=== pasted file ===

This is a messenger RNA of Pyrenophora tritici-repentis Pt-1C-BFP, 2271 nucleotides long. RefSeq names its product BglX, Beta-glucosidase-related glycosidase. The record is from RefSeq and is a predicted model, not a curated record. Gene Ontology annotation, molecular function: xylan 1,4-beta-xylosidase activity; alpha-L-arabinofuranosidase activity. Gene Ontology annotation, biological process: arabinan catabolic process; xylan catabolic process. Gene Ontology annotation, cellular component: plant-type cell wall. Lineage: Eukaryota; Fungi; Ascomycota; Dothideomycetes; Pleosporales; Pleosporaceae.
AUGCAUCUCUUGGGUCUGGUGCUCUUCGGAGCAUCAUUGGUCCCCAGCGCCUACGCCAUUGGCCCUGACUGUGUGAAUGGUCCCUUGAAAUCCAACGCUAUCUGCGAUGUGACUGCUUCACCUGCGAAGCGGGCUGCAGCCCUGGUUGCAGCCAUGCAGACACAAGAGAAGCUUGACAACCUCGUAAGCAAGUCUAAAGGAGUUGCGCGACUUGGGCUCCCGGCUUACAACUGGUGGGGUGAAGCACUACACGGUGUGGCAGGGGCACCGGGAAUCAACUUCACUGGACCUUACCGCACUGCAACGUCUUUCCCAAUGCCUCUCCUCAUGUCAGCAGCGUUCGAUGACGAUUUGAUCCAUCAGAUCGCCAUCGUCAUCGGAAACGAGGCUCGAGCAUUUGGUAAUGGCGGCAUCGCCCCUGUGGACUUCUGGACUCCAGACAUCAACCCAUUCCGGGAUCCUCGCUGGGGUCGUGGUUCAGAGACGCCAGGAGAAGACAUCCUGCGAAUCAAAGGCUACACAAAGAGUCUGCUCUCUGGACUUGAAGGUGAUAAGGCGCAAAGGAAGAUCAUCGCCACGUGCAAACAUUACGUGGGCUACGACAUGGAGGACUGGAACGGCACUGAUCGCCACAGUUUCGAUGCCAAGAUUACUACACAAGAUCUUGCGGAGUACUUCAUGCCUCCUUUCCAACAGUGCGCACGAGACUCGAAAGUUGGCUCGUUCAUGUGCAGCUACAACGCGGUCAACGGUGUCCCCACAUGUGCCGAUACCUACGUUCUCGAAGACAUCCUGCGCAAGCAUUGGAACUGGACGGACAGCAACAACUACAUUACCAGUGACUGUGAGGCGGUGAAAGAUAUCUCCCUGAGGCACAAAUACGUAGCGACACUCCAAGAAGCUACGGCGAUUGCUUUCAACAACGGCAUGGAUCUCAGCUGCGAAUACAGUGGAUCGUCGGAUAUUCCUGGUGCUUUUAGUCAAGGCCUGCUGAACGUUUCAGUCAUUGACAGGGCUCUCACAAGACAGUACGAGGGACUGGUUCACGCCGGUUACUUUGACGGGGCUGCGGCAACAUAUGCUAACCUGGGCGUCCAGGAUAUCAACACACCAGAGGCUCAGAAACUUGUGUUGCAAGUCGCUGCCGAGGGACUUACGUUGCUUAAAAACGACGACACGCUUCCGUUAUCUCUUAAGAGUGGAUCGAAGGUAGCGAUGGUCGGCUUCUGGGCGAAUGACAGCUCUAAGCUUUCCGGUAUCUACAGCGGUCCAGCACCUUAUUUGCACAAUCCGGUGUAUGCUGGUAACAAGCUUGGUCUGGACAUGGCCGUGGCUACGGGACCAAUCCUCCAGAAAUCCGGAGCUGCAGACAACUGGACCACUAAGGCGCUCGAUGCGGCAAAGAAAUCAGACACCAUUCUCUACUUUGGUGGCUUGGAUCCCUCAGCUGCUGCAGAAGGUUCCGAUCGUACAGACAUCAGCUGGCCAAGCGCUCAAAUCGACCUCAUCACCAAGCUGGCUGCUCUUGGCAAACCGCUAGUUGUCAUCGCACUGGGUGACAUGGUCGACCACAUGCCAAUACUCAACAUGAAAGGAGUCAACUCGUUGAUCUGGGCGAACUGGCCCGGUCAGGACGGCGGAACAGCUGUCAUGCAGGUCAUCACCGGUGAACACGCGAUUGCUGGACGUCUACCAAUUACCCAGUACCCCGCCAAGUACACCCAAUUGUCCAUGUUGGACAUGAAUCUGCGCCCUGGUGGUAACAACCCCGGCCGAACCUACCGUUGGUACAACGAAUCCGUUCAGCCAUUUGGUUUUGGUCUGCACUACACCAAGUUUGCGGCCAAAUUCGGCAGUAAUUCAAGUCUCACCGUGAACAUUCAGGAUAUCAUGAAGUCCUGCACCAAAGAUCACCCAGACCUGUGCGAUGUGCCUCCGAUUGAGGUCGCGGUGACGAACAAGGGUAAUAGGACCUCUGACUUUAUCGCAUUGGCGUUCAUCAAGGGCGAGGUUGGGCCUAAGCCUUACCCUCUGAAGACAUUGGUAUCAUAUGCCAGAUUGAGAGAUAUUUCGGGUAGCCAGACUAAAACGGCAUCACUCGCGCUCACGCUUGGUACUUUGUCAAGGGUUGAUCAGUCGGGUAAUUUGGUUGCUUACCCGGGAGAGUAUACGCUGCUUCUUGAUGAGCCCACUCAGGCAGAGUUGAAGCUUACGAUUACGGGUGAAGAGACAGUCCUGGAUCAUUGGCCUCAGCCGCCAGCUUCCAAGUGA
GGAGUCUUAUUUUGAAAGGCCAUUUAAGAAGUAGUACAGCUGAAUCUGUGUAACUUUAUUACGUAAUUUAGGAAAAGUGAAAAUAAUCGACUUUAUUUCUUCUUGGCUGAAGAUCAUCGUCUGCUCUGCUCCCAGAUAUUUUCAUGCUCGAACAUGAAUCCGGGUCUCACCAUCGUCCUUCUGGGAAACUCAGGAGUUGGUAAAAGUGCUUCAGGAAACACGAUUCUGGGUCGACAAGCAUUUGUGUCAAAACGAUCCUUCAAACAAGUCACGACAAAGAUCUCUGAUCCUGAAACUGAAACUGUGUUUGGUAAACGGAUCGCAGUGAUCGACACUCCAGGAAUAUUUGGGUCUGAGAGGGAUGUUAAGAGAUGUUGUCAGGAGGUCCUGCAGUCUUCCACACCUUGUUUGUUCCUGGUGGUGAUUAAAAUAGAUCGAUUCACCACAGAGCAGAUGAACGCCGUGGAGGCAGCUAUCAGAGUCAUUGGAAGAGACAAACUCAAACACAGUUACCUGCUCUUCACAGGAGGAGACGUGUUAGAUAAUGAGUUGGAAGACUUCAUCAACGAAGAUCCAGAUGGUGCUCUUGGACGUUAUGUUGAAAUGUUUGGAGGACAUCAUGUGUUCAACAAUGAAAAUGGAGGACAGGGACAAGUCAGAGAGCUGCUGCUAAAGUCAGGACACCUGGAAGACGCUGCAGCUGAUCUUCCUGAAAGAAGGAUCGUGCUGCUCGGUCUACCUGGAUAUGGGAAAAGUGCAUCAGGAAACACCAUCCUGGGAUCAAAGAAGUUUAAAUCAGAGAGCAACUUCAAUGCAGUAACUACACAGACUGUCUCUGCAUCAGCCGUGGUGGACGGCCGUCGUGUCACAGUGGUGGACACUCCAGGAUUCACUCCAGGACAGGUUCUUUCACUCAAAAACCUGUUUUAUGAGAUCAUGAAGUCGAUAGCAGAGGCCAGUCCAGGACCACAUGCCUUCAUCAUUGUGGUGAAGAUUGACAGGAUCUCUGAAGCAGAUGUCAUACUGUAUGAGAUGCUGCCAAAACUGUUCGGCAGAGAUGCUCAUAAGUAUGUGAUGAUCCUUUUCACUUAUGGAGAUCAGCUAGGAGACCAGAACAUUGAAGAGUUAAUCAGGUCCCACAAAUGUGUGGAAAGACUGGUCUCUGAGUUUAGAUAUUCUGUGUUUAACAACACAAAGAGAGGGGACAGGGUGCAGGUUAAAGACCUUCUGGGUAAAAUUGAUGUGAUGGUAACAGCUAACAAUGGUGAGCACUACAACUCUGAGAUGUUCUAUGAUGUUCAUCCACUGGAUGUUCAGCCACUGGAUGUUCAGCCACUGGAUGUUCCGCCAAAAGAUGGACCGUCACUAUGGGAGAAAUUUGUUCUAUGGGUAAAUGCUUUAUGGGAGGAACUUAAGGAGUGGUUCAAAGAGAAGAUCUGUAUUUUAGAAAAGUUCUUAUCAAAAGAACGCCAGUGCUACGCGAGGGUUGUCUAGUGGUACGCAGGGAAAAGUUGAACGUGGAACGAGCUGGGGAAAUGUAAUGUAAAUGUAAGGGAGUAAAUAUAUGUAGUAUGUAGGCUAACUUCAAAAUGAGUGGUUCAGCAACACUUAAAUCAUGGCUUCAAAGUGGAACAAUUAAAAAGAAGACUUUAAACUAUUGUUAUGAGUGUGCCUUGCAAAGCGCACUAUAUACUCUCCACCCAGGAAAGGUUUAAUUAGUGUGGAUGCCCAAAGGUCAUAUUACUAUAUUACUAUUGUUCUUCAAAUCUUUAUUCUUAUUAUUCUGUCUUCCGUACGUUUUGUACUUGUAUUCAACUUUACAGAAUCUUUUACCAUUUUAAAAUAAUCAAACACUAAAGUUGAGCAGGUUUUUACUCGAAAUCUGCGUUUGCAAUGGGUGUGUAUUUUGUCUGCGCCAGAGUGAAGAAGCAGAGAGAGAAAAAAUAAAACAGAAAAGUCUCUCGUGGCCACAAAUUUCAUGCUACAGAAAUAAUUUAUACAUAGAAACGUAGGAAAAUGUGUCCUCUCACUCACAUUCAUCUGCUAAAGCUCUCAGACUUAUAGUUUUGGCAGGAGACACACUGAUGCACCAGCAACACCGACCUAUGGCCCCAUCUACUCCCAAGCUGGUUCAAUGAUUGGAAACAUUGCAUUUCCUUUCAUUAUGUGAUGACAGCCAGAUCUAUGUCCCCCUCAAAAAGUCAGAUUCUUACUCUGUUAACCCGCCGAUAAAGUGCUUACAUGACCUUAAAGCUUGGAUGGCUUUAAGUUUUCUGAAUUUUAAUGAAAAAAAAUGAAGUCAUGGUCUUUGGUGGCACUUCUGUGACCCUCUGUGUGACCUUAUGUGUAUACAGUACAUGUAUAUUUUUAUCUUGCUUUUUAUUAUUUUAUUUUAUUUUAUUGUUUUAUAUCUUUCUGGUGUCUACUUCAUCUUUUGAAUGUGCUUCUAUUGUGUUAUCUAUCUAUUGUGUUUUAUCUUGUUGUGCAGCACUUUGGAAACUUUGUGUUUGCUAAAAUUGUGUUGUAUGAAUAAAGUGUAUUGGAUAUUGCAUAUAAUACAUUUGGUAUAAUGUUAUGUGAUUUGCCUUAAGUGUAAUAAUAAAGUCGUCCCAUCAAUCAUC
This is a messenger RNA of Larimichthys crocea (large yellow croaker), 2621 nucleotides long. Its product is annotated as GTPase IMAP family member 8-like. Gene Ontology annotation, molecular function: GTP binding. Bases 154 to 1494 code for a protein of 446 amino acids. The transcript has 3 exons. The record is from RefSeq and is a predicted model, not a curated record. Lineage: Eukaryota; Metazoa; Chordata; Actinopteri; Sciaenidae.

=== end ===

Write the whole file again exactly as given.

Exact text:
This is a messenger RNA of Pyrenophora tritici-repentis Pt-1C-BFP, 2271 nucleotides long. RefSeq names its product BglX, Beta-glucosidase-related glycosidase. The record is from RefSeq and is a predicted model, not a curated record. Gene Ontology annotation, molecular function: xylan 1,4-beta-xylosidase activity; alpha-L-arabinofuranosidase activity. Gene Ontology annotation, biological process: arabinan catabolic process; xylan catabolic process. Gene Ontology annotation, cellular component: plant-type cell wall. Lineage: Eukaryota; Fungi; Ascomycota; Dothideomycetes; Pleosporales; Pleosporaceae.
AUGCAUCUCUUGGGUCUGGUGCUCUUCGGAGCAUCAUUGGUCCCCAGCGCCUACGCCAUUGGCCCUGACUGUGUGAAUGGUCCCUUGAAAUCCAACGCUAUCUGCGAUGUGACUGCUUCACCUGCGAAGCGGGCUGCAGCCCUGGUUGCAGCCAUGCAGACACAAGAGAAGCUUGACAACCUCGUAAGCAAGUCUAAAGGAGUUGCGCGACUUGGGCUCCCGGCUUACAACUGGUGGGGUGAAGCACUACACGGUGUGGCAGGGGCACCGGGAAUCAACUUCACUGGACCUUACCGCACUGCAACGUCUUUCCCAAUGCCUCUCCUCAUGUCAGCAGCGUUCGAUGACGAUUUGAUCCAUCAGAUCGCCAUCGUCAUCGGAAACGAGGCUCGAGCAUUUGGUAAUGGCGGCAUCGCCCCUGUGGACUUCUGGACUCCAGACAUCAACCCAUUCCGGGAUCCUCGCUGGGGUCGUGGUUCAGAGACGCCAGGAGAAGACAUCCUGCGAAUCAAAGGCUACACAAAGAGUCUGCUCUCUGGACUUGAAGGUGAUAAGGCGCAAAGGAAGAUCAUCGCCACGUGCAAACAUUACGUGGGCUACGACAUGGAGGACUGGAACGGCACUGAUCGCCACAGUUUCGAUGCCAAGAUUACUACACAAGAUCUUGCGGAGUACUUCAUGCCUCCUUUCCAACAGUGCGCACGAGACUCGAAAGUUGGCUCGUUCAUGUGCAGCUACAACGCGGUCAACGGUGUCCCCACAUGUGCCGAUACCUACGUUCUCGAAGACAUCCUGCGCAAGCAUUGGAACUGGACGGACAGCAACAACUACAUUACCAGUGACUGUGAGGCGGUGAAAGAUAUCUCCCUGAGGCACAAAUACGUAGCGACACUCCAAGAAGCUACGGCGAUUGCUUUCAACAACGGCAUGGAUCUCAGCUGCGAAUACAGUGGAUCGUCGGAUAUUCCUGGUGCUUUUAGUCAAGGCCUGCUGAACGUUUCAGUCAUUGACAGGGCUCUCACAAGACAGUACGAGGGACUGGUUCACGCCGGUUACUUUGACGGGGCUGCGGCAACAUAUGCUAACCUGGGCGUCCAGGAUAUCAACACACCAGAGGCUCAGAAACUUGUGUUGCAAGUCGCUGCCGAGGGACUUACGUUGCUUAAAAACGACGACACGCUUCCGUUAUCUCUUAAGAGUGGAUCGAAGGUAGCGAUGGUCGGCUUCUGGGCGAAUGACAGCUCUAAGCUUUCCGGUAUCUACAGCGGUCCAGCACCUUAUUUGCACAAUCCGGUGUAUGCUGGUAACAAGCUUGGUCUGGACAUGGCCGUGGCUACGGGACCAAUCCUCCAGAAAUCCGGAGCUGCAGACAACUGGACCACUAAGGCGCUCGAUGCGGCAAAGAAAUCAGACACCAUUCUCUACUUUGGUGGCUUGGAUCCCUCAGCUGCUGCAGAAGGUUCCGAUCGUACAGACAUCAGCUGGCCAAGCGCUCAAAUCGACCUCAUCACCAAGCUGGCUGCUCUUGGCAAACCGCUAGUUGUCAUCGCACUGGGUGACAUGGUCGACCACAUGCCAAUACUCAACAUGAAAGGAGUCAACUCGUUGAUCUGGGCGAACUGGCCCGGUCAGGACGGCGGAACAGCUGUCAUGCAGGUCAUCACCGGUGAACACGCGAUUGCUGGACGUCUACCAAUUACCCAGUACCCCGCCAAGUACACCCAAUUGUCCAUGUUGGACAUGAAUCUGCGCCCUGGUGGUAACAACCCCGGCCGAACCUACCGUUGGUACAACGAAUCCGUUCAGCCAUUUGGUUUUGGUCUGCACUACACCAAGUUUGCGGCCAAAUUCGGCAGUAAUUCAAGUCUCACCGUGAACAUUCAGGAUAUCAUGAAGUCCUGCACCAAAGAUCACCCAGACCUGUGCGAUGUGCCUCCGAUUGAGGUCGCGGUGACGAACAAGGGUAAUAGGACCUCUGACUUUAUCGCAUUGGCGUUCAUCAAGGGCGAGGUUGGGCCUAAGCCUUACCCUCUGAAGACAUUGGUAUCAUAUGCCAGAUUGAGAGAUAUUUCGGGUAGCCAGACUAAAACGGCAUCACUCGCGCUCACGCUUGGUACUUUGUCAAGGGUUGAUCAGUCGGGUAAUUUGGUUGCUUACCCGGGAGAGUAUACGCUGCUUCUUGAUGAGCCCACUCAGGCAGAGUUGAAGCUUACGAUUACGGGUGAAGAGACAGUCCUGGAUCAUUGGCCUCAGCCGCCAGCUUCCAAGUGA
GGAGUCUUAUUUUGAAAGGCCAUUUAAGAAGUAGUACAGCUGAAUCUGUGUAACUUUAUUACGUAAUUUAGGAAAAGUGAAAAUAAUCGACUUUAUUUCUUCUUGGCUGAAGAUCAUCGUCUGCUCUGCUCCCAGAUAUUUUCAUGCUCGAACAUGAAUCCGGGUCUCACCAUCGUCCUUCUGGGAAACUCAGGAGUUGGUAAAAGUGCUUCAGGAAACACGAUUCUGGGUCGACAAGCAUUUGUGUCAAAACGAUCCUUCAAACAAGUCACGACAAAGAUCUCUGAUCCUGAAACUGAAACUGUGUUUGGUAAACGGAUCGCAGUGAUCGACACUCCAGGAAUAUUUGGGUCUGAGAGGGAUGUUAAGAGAUGUUGUCAGGAGGUCCUGCAGUCUUCCACACCUUGUUUGUUCCUGGUGGUGAUUAAAAUAGAUCGAUUCACCACAGAGCAGAUGAACGCCGUGGAGGCAGCUAUCAGAGUCAUUGGAAGAGACAAACUCAAACACAGUUACCUGCUCUUCACAGGAGGAGACGUGUUAGAUAAUGAGUUGGAAGACUUCAUCAACGAAGAUCCAGAUGGUGCUCUUGGACGUUAUGUUGAAAUGUUUGGAGGACAUCAUGUGUUCAACAAUGAAAAUGGAGGACAGGGACAAGUCAGAGAGCUGCUGCUAAAGUCAGGACACCUGGAAGACGCUGCAGCUGAUCUUCCUGAAAGAAGGAUCGUGCUGCUCGGUCUACCUGGAUAUGGGAAAAGUGCAUCAGGAAACACCAUCCUGGGAUCAAAGAAGUUUAAAUCAGAGAGCAACUUCAAUGCAGUAACUACACAGACUGUCUCUGCAUCAGCCGUGGUGGACGGCCGUCGUGUCACAGUGGUGGACACUCCAGGAUUCACUCCAGGACAGGUUCUUUCACUCAAAAACCUGUUUUAUGAGAUCAUGAAGUCGAUAGCAGAGGCCAGUCCAGGACCACAUGCCUUCAUCAUUGUGGUGAAGAUUGACAGGAUCUCUGAAGCAGAUGUCAUACUGUAUGAGAUGCUGCCAAAACUGUUCGGCAGAGAUGCUCAUAAGUAUGUGAUGAUCCUUUUCACUUAUGGAGAUCAGCUAGGAGACCAGAACAUUGAAGAGUUAAUCAGGUCCCACAAAUGUGUGGAAAGACUGGUCUCUGAGUUUAGAUAUUCUGUGUUUAACAACACAAAGAGAGGGGACAGGGUGCAGGUUAAAGACCUUCUGGGUAAAAUUGAUGUGAUGGUAACAGCUAACAAUGGUGAGCACUACAACUCUGAGAUGUUCUAUGAUGUUCAUCCACUGGAUGUUCAGCCACUGGAUGUUCAGCCACUGGAUGUUCCGCCAAAAGAUGGACCGUCACUAUGGGAGAAAUUUGUUCUAUGGGUAAAUGCUUUAUGGGAGGAACUUAAGGAGUGGUUCAAAGAGAAGAUCUGUAUUUUAGAAAAGUUCUUAUCAAAAGAACGCCAGUGCUACGCGAGGGUUGUCUAGUGGUACGCAGGGAAAAGUUGAACGUGGAACGAGCUGGGGAAAUGUAAUGUAAAUGUAAGGGAGUAAAUAUAUGUAGUAUGUAGGCUAACUUCAAAAUGAGUGGUUCAGCAACACUUAAAUCAUGGCUUCAAAGUGGAACAAUUAAAAAGAAGACUUUAAACUAUUGUUAUGAGUGUGCCUUGCAAAGCGCACUAUAUACUCUCCACCCAGGAAAGGUUUAAUUAGUGUGGAUGCCCAAAGGUCAUAUUACUAUAUUACUAUUGUUCUUCAAAUCUUUAUUCUUAUUAUUCUGUCUUCCGUACGUUUUGUACUUGUAUUCAACUUUACAGAAUCUUUUACCAUUUUAAAAUAAUCAAACACUAAAGUUGAGCAGGUUUUUACUCGAAAUCUGCGUUUGCAAUGGGUGUGUAUUUUGUCUGCGCCAGAGUGAAGAAGCAGAGAGAGAAAAAAUAAAACAGAAAAGUCUCUCGUGGCCACAAAUUUCAUGCUACAGAAAUAAUUUAUACAUAGAAACGUAGGAAAAUGUGUCCUCUCACUCACAUUCAUCUGCUAAAGCUCUCAGACUUAUAGUUUUGGCAGGAGACACACUGAUGCACCAGCAACACCGACCUAUGGCCCCAUCUACUCCCAAGCUGGUUCAAUGAUUGGAAACAUUGCAUUUCCUUUCAUUAUGUGAUGACAGCCAGAUCUAUGUCCCCCUCAAAAAGUCAGAUUCUUACUCUGUUAACCCGCCGAUAAAGUGCUUACAUGACCUUAAAGCUUGGAUGGCUUUAAGUUUUCUGAAUUUUAAUGAAAAAAAAUGAAGUCAUGGUCUUUGGUGGCACUUCUGUGACCCUCUGUGUGACCUUAUGUGUAUACAGUACAUGUAUAUUUUUAUCUUGCUUUUUAUUAUUUUAUUUUAUUUUAUUGUUUUAUAUCUUUCUGGUGUCUACUUCAUCUUUUGAAUGUGCUUCUAUUGUGUUAUCUAUCUAUUGUGUUUUAUCUUGUUGUGCAGCACUUUGGAAACUUUGUGUUUGCUAAAAUUGUGUUGUAUGAAUAAAGUGUAUUGGAUAUUGCAUAUAAUACAUUUGGUAUAAUGUUAUGUGAUUUGCCUUAAGUGUAAUAAUAAAGUCGUCCCAUCAAUCAUC
This is a messenger RNA of Larimichthys crocea (large yellow croaker), 2621 nucleotides long. Its product is annotated as GTPase IMAP family member 8-like. Gene Ontology annotation, molecular function: GTP binding. Bases 154 to 1494 code for a protein of 446 amino acids. The transcript has 3 exons. The record is from RefSeq and is a predicted model, not a curated record. Lineage: Eukaryota; Metazoa; Chordata; Actinopteri; Sciaenidae.